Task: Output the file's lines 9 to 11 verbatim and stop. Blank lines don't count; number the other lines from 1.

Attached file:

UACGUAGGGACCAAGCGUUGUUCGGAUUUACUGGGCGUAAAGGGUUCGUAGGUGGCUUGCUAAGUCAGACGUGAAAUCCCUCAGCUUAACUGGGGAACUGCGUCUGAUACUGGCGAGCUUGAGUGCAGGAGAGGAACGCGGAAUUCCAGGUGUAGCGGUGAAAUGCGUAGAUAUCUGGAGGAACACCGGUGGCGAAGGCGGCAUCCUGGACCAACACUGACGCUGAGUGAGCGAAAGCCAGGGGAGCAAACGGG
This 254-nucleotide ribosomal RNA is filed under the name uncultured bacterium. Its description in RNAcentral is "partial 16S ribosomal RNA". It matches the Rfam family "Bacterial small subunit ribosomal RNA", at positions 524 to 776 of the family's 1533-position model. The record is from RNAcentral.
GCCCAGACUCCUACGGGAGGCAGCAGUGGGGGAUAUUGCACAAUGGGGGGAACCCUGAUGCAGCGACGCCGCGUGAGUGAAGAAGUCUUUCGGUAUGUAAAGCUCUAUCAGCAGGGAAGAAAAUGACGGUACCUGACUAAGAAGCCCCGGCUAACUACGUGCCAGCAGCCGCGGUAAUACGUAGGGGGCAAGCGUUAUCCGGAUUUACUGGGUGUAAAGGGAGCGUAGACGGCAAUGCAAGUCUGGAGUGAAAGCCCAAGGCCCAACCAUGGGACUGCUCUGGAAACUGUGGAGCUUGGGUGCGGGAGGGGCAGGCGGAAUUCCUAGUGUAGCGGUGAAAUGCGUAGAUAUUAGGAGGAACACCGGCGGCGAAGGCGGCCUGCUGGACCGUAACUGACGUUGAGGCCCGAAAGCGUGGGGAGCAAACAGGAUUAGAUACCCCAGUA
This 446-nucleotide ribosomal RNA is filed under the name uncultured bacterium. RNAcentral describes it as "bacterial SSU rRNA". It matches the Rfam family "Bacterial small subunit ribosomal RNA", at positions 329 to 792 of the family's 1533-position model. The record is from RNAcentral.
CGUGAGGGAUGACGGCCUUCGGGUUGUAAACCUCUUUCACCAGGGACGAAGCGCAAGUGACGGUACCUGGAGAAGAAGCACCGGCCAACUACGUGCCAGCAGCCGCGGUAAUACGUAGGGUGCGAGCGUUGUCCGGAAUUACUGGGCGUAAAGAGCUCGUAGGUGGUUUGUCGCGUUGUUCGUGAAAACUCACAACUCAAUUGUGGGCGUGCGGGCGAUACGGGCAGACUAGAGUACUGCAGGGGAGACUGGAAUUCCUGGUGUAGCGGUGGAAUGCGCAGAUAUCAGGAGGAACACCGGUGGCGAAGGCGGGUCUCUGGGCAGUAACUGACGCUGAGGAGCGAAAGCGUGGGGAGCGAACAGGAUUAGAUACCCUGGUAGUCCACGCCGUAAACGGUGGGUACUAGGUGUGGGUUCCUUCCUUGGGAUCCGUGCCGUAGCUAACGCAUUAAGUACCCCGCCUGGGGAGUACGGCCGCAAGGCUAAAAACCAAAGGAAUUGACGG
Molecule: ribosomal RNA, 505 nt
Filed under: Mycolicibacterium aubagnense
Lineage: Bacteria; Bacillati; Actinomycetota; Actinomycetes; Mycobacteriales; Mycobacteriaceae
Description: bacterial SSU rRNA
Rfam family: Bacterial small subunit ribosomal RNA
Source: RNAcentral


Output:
Description: bacterial SSU rRNA
Rfam family: Bacterial small subunit ribosomal RNA
Source: RNAcentral